“His change of pace from moving slowly to changing gears quickly, I think he does it better than anyone in the world.”
The way Gloucester run Rees-Zammit does not align with the widely held belief that bigger is better in the chaos of a rugby match. They have resisted the temptation to add muscle to his relatively slim frame (he weighs 87kg) for fear that it might take away from his ‘super strength’, which is his speed.
Instead, Tobin is letting nature do its thing for now, as Rees-Zammit naturally completes his frame and grows as he matures into an adult.
“If we go after those qualities, if we want him to squat 50kg more in six months, if we want his upper body to get bigger, put some size on him, which is an easy thing to do in a young rugby player. , that might fuck up what he’s good at, which is moving fast, being explosive,” Tobin said.
“We deliberately didn’t want to pursue putting a lot of muscle mass on a guy at a young age. [because] Naturally, he put on about five or six kilos in two and a half years when we weren’t chasing him.
“There is some training involved, but he is still growing and maturing physically and you have to let that process happen instead of getting too excited to interfere with him. From that point of view, he gets stronger as he gets older. Some of the strength changes that occur as he matures will drive acceleration improvement, making him move faster and jump higher.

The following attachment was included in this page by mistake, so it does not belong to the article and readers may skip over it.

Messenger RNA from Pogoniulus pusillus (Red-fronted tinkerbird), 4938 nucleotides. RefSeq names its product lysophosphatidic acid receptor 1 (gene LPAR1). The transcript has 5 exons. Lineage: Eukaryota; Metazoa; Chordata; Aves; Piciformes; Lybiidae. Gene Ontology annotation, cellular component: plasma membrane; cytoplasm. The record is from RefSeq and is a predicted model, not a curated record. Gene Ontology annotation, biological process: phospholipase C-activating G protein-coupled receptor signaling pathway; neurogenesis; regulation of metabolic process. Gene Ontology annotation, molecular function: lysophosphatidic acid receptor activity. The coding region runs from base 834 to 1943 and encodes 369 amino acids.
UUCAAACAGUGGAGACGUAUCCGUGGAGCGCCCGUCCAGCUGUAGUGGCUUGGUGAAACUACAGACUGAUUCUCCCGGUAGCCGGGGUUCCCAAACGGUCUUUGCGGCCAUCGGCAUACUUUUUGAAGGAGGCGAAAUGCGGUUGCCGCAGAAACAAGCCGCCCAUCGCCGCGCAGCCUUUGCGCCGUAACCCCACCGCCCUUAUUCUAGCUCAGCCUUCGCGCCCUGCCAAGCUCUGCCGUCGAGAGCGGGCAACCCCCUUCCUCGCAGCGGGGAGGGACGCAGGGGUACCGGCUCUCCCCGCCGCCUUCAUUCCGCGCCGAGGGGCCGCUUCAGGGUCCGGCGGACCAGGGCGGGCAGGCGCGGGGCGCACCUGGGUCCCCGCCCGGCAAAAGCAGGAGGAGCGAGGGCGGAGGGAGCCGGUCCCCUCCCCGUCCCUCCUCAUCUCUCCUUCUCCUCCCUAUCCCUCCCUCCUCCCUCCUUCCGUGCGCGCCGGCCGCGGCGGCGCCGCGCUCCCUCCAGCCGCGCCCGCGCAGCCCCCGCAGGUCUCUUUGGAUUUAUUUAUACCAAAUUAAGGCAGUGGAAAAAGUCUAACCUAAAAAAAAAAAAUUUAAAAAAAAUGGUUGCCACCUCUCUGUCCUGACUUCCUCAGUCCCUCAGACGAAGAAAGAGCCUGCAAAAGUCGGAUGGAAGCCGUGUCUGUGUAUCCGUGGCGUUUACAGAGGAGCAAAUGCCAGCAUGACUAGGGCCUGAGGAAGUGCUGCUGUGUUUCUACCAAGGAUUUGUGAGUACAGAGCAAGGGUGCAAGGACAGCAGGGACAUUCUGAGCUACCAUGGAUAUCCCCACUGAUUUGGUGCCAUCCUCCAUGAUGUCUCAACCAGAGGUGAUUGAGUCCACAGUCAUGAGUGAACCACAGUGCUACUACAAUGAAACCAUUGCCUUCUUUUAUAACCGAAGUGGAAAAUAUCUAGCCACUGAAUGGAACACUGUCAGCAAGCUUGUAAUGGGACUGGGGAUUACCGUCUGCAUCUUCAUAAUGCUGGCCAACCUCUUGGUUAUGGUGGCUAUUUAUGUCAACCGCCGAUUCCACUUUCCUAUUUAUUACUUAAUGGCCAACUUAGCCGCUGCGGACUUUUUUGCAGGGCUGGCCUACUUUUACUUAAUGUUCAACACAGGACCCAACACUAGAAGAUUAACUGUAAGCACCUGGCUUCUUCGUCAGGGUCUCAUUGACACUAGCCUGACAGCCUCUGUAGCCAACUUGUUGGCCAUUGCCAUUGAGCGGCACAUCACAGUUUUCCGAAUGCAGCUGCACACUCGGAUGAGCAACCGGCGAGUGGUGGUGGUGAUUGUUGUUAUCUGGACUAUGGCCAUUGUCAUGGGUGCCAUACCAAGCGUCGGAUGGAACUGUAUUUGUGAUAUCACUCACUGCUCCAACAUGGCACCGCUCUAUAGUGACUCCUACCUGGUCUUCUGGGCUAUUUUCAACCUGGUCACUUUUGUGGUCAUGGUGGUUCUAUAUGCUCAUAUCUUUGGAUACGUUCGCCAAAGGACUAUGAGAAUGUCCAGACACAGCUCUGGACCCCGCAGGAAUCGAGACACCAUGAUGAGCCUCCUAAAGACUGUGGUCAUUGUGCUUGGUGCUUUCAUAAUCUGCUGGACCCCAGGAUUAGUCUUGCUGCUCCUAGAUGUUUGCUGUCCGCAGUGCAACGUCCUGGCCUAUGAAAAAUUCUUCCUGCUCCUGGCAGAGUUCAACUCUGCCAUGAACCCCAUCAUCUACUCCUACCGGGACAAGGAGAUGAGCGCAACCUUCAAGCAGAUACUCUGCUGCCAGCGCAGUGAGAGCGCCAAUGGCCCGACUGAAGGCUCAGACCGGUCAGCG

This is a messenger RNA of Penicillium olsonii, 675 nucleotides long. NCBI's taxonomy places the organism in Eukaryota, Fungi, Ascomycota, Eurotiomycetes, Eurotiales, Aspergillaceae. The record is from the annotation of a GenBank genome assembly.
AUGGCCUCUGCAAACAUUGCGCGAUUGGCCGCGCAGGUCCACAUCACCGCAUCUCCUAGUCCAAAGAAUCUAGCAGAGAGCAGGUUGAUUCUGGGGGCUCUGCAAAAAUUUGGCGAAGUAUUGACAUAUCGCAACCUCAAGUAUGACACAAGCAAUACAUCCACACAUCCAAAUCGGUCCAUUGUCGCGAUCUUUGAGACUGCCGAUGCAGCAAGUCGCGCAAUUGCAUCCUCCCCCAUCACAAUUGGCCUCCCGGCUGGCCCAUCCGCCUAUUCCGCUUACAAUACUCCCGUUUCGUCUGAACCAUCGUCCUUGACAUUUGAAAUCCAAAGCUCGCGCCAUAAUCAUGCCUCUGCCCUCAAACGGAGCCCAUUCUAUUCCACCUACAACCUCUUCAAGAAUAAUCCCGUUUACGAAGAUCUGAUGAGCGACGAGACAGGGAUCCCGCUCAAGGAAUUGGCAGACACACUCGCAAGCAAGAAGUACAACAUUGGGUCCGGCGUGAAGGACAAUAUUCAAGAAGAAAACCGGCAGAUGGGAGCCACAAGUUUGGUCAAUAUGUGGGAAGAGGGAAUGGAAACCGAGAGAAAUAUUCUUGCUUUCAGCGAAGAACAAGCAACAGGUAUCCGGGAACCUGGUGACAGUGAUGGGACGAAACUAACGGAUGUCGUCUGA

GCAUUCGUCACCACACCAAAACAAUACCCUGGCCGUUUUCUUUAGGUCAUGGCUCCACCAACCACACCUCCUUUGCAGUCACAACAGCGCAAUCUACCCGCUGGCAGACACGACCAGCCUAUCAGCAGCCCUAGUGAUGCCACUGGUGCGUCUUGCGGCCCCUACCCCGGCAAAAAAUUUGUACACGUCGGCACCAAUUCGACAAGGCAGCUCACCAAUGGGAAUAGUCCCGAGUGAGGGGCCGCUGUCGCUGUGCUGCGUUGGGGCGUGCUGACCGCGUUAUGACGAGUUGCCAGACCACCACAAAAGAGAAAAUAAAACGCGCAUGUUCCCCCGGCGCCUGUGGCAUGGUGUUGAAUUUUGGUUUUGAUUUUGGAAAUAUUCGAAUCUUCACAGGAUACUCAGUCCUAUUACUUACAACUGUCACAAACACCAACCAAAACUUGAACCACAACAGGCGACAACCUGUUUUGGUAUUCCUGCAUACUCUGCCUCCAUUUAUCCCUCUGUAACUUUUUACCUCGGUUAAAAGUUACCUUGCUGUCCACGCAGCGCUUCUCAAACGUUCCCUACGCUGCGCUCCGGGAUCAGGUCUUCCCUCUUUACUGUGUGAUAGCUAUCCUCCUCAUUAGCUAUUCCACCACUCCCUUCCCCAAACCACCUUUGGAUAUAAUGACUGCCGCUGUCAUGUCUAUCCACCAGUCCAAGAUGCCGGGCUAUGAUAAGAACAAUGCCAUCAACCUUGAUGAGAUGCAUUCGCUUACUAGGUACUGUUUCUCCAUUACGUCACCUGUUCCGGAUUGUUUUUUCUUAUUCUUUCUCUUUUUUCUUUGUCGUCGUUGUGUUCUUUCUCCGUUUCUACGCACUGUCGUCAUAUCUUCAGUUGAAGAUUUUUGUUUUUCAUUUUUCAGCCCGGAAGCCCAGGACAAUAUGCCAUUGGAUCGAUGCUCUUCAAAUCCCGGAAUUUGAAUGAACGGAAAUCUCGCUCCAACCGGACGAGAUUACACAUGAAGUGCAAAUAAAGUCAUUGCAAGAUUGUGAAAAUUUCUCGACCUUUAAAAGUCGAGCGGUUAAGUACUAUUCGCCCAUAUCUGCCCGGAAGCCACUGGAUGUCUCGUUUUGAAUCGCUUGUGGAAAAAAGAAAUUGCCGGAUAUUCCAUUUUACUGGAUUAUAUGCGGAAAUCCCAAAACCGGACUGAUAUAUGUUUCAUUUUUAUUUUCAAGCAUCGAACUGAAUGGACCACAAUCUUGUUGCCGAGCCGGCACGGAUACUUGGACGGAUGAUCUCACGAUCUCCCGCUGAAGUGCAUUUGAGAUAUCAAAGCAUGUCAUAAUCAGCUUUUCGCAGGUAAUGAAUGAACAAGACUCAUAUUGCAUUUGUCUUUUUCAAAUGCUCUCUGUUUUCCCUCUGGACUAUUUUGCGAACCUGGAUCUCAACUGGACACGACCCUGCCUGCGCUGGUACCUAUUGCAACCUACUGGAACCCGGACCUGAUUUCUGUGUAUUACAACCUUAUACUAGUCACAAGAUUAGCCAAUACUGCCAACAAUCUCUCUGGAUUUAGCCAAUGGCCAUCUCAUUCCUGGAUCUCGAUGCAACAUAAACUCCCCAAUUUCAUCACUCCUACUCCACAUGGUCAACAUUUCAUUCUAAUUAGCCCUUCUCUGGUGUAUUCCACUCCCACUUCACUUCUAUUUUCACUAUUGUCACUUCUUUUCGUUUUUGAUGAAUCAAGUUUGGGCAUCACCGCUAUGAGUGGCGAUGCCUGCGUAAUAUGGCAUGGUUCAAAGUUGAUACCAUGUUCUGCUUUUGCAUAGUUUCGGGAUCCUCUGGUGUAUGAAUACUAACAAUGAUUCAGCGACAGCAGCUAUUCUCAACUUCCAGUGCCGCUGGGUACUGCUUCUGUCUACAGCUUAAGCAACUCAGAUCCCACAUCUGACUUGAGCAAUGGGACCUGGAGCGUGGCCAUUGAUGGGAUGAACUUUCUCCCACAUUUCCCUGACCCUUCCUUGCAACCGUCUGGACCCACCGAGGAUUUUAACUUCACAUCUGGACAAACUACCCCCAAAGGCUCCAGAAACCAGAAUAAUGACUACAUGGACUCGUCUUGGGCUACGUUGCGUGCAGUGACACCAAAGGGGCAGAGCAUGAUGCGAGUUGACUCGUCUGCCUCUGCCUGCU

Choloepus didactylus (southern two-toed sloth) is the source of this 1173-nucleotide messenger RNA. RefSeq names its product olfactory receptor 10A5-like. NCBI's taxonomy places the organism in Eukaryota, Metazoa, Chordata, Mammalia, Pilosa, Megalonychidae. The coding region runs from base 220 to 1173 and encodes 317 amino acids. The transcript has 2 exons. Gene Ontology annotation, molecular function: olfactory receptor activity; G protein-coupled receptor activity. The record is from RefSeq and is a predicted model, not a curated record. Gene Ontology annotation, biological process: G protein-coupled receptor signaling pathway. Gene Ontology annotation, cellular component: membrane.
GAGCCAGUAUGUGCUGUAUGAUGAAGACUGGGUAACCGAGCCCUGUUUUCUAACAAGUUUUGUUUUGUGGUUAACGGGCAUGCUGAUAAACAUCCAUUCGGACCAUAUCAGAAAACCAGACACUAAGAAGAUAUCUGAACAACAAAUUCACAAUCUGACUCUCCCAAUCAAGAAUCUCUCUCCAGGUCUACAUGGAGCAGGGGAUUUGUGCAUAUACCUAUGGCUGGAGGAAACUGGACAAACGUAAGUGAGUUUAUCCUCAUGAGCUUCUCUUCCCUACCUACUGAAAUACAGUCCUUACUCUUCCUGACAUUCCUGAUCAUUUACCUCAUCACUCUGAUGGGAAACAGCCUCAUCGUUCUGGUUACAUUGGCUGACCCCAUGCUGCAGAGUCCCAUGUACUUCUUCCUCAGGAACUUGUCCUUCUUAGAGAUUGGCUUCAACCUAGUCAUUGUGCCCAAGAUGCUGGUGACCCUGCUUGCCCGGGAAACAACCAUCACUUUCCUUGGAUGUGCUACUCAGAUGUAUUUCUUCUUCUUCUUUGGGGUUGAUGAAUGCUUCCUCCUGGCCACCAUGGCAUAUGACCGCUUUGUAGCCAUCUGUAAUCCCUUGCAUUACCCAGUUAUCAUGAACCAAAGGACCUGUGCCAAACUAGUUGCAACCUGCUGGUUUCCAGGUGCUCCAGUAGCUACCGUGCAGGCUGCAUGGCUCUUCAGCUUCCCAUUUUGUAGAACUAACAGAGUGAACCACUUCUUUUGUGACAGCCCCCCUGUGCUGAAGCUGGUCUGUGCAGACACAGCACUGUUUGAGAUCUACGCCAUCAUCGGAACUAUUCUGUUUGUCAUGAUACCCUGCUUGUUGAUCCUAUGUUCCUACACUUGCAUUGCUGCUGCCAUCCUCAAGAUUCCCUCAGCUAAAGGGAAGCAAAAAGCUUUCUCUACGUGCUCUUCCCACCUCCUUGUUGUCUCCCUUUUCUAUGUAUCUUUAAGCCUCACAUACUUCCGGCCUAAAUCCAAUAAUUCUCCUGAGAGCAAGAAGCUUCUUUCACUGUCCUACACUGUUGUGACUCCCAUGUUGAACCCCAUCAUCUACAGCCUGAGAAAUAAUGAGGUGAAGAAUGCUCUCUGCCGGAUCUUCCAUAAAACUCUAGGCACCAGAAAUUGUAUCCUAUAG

“Those processes can happen quite organically, you’re just pushing them and making sure the progressions are appropriate and you’re not chasing anything difficult that might take the wheels off the track.
“It’s more of a management project than a development one.”
Staff from the Welsh management group are involved in the project. Head of physical performance Paul Stridgeon and sports scientist Ryan Chambers are in regular contact with Gloucester, with both camps sharing things like the winger’s GPS reports, what kind of training he’s been doing and if there have been any injury issues while he’s in. your care.